Pool water is also known as chlorinated water (greywater). Besides chlorine, pool water contains many other chemicals like bromine, cyanuric acid, oxidizers.
Pool water cannot be used to water plants unless the chlorine content is reduced. Chlorine eliminates bacteria and algae in pool water by disinfecting or killing action. It also oxidizes other materials such as dirt and chloramines and can harm plants in high quantities.
In this article, I will share relevant information regarding the effect of chlorine on plants and what you can do if you consider watering your plants with pool water.
Can Pool Water Affect The Plant?
Pool water can directly affect plants’ normal growth and functioning. The chemical known as chlorine is present in pool water which is highly dangerous for plants in higher quantities.
Chlorine is first converted into chloride in soil. It is then taken up by roots to the entire body of plants. Pool water is often highly chlorinated, which raises chlorine levels even more.
It is acceptable to water the plant with pool water if a minute amount of chlorine is present. However, if the chlorine level is higher in the pool water, think twice before watering the plant with it.
The high content of chlorine can cause the death of your plant.
For example, a high level of chlorine in water turns the leaves of plants brown or yellow entirely or just targets the edges.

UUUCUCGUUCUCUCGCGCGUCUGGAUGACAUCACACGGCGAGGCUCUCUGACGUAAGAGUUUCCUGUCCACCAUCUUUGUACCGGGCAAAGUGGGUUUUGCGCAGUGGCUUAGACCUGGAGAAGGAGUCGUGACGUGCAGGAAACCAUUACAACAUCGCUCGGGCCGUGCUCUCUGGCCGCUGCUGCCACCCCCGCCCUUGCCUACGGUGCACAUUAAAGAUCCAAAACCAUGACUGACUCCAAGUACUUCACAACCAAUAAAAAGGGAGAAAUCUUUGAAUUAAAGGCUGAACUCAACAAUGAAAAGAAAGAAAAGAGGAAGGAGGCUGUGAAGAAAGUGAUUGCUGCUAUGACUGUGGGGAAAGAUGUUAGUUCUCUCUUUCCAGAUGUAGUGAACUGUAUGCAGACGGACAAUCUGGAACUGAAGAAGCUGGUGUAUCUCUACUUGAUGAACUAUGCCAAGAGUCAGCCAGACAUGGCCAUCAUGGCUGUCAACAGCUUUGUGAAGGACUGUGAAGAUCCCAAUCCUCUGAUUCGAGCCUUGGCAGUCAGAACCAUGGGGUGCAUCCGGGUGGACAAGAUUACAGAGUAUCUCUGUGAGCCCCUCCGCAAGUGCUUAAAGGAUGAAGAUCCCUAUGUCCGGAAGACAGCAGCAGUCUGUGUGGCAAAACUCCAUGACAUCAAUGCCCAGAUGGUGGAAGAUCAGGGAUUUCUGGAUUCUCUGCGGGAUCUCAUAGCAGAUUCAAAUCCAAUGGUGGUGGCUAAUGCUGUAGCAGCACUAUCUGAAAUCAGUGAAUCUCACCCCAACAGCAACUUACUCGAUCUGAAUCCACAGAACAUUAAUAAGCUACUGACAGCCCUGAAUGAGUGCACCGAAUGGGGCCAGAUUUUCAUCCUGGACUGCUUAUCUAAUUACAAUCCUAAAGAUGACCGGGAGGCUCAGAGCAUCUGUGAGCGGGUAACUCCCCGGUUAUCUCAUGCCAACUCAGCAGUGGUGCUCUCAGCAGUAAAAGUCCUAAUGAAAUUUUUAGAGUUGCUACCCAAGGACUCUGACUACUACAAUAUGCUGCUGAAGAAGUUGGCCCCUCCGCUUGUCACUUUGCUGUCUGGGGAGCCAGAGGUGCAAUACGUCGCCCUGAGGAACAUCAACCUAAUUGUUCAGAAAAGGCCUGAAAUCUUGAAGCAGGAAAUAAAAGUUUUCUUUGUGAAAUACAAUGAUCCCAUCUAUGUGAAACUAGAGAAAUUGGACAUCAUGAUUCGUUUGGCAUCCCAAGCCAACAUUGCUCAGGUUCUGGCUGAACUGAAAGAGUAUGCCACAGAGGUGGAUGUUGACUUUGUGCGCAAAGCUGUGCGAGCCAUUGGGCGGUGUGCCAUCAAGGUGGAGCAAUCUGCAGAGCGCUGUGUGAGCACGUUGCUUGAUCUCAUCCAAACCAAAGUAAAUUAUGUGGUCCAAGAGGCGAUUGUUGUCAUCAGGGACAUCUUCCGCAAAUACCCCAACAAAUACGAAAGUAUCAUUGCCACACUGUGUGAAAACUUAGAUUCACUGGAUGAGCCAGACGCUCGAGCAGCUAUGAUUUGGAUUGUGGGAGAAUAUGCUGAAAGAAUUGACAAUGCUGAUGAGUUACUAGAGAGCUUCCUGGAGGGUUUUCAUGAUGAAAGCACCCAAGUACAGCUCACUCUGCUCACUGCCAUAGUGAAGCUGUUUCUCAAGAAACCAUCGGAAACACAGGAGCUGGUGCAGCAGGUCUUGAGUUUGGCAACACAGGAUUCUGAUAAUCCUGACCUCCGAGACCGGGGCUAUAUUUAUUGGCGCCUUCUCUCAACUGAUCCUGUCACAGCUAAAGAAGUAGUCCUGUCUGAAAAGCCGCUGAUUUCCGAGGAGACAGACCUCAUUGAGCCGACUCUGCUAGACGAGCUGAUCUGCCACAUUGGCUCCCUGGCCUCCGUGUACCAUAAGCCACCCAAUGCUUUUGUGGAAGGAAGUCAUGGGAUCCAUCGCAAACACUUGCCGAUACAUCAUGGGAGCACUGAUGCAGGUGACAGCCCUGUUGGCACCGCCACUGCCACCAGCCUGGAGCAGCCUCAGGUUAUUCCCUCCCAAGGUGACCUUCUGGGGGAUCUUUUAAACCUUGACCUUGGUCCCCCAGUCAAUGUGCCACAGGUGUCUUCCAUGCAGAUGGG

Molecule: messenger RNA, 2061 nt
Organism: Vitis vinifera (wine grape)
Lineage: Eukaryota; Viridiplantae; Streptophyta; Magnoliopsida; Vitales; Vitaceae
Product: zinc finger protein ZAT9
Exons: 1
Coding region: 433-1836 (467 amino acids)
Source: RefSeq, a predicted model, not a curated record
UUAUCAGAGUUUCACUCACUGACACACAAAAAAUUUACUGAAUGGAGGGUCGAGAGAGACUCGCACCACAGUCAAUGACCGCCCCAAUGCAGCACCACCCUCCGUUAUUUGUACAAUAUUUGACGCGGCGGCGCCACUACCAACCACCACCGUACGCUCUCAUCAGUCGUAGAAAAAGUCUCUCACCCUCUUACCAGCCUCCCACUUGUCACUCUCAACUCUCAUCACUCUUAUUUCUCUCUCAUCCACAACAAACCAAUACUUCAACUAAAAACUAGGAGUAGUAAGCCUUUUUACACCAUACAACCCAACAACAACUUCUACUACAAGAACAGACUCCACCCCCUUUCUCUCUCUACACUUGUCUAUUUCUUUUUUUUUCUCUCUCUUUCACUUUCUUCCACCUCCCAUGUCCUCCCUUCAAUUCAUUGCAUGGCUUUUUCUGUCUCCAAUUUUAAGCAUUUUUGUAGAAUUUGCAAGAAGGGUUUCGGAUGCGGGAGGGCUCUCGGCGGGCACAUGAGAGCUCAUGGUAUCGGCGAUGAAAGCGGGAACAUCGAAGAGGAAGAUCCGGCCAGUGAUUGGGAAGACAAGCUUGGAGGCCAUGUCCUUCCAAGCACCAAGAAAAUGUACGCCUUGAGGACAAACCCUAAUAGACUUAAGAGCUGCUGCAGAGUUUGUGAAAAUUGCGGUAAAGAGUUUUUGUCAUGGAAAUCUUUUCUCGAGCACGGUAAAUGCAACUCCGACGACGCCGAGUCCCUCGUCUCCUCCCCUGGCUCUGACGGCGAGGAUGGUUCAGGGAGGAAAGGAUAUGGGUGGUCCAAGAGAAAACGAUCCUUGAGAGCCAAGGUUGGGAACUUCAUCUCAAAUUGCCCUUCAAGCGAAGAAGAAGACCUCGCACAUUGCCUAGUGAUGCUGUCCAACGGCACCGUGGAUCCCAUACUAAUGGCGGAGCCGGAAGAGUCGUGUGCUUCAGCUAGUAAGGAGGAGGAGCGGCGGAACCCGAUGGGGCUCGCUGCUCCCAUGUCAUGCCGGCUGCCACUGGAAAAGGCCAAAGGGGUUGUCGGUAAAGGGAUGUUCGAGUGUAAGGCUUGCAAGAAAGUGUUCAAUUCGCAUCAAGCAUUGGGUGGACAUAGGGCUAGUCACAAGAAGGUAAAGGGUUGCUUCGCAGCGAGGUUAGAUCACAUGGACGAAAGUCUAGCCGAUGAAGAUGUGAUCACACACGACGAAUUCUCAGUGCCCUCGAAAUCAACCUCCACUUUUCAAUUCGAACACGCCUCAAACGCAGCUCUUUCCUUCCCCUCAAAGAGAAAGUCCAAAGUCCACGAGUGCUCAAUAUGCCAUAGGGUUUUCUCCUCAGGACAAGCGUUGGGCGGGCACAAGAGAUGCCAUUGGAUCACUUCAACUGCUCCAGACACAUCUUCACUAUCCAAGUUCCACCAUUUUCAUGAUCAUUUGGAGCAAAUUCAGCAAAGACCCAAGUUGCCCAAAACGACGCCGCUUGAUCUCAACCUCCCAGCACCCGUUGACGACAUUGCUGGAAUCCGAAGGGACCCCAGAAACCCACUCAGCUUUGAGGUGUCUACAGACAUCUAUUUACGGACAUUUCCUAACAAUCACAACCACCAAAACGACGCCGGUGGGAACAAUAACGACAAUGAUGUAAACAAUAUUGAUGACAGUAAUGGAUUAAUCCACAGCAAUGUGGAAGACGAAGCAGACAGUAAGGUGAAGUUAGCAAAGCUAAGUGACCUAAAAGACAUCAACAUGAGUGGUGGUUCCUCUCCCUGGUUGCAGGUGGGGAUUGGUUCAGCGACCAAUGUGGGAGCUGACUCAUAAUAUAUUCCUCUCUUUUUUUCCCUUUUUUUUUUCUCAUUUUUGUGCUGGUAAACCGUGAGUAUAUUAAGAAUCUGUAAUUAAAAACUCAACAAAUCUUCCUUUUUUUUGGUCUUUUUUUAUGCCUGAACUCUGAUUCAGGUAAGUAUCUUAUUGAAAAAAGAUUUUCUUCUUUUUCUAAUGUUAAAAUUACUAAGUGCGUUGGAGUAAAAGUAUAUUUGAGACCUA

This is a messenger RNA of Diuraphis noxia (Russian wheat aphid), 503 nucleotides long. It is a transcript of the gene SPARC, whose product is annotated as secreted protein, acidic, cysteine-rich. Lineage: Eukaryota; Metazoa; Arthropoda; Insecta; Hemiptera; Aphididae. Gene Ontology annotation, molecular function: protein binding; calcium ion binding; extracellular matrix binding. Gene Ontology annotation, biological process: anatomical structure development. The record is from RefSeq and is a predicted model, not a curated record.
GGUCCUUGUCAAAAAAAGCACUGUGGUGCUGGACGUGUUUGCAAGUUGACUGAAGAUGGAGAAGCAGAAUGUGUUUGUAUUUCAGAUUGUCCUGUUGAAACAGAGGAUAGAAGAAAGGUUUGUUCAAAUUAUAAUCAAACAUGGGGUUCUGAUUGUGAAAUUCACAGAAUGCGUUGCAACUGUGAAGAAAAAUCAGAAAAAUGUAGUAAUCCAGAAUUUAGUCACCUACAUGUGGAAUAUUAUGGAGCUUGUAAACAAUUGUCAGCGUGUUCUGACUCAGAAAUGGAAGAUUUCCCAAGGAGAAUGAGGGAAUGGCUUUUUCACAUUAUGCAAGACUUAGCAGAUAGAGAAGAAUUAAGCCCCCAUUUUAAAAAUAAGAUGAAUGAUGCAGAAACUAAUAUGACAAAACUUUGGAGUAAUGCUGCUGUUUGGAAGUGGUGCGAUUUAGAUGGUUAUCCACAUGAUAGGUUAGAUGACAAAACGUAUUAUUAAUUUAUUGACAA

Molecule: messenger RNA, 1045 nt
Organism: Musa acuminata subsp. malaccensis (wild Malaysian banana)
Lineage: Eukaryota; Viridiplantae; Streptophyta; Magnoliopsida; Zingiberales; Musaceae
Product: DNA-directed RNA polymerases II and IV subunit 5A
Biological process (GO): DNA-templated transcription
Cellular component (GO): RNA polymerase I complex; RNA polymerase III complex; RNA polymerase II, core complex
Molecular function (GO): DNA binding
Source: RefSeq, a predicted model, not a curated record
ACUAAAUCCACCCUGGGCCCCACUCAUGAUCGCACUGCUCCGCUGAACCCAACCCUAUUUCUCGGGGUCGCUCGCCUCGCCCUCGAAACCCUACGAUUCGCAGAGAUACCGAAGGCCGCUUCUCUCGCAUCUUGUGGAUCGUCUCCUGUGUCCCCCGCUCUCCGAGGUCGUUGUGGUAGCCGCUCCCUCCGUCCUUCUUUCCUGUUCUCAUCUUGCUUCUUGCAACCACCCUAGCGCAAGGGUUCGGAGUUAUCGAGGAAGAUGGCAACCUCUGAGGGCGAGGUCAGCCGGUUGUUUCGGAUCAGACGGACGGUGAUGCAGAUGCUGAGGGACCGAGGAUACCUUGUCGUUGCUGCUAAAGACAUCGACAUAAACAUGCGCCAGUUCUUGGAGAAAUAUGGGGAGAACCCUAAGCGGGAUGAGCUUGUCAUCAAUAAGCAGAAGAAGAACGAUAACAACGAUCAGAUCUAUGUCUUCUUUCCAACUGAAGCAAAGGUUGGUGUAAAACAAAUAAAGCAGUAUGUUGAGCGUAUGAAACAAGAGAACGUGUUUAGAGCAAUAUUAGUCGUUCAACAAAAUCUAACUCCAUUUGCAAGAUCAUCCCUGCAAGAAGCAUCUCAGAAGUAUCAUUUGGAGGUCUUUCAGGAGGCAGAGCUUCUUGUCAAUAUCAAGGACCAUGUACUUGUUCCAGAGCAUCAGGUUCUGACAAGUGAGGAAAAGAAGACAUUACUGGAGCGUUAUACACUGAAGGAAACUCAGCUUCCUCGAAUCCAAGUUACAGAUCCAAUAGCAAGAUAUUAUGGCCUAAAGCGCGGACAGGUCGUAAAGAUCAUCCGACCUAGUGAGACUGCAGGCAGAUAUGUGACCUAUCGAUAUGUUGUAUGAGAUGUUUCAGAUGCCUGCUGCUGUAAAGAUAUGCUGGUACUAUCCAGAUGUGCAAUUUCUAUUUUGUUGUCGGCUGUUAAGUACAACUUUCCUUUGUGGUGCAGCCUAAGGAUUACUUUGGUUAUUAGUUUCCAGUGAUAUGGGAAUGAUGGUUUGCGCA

Furthermore, plants will begin to shed their leaves more than usual if watered with pool watering containing high amounts of chlorine.
There are 10.4 million residential and 309,000 public swimming pools in the United States, according to the Association of Pool & Spa Professionals (APSP).
Effects of Chlorine on Plants:
Chlorine is used in pool water as a disinfectant of pathogens.
Chlorine has a vast effect on plants. If presented in smaller quantities, it may prove beneficial to plants by killing harmful pests and bacteria.
However, if present in high amounts, chlorine can dramatically damage the overall health of plants.
The negative or positive effects of chlorine depends on the chlorine concentrations and the type of plant watered by such water.
If chlorine concentration is below 100 ppm, it will cause the following problems:
● It can cause leaf burn, which reduces excessive foliar absorption or diminish root uptake to stop plant growth.
● Too much chlorine can accumulate in the tissues of plant leaves, which will result in burned or scorched appearance.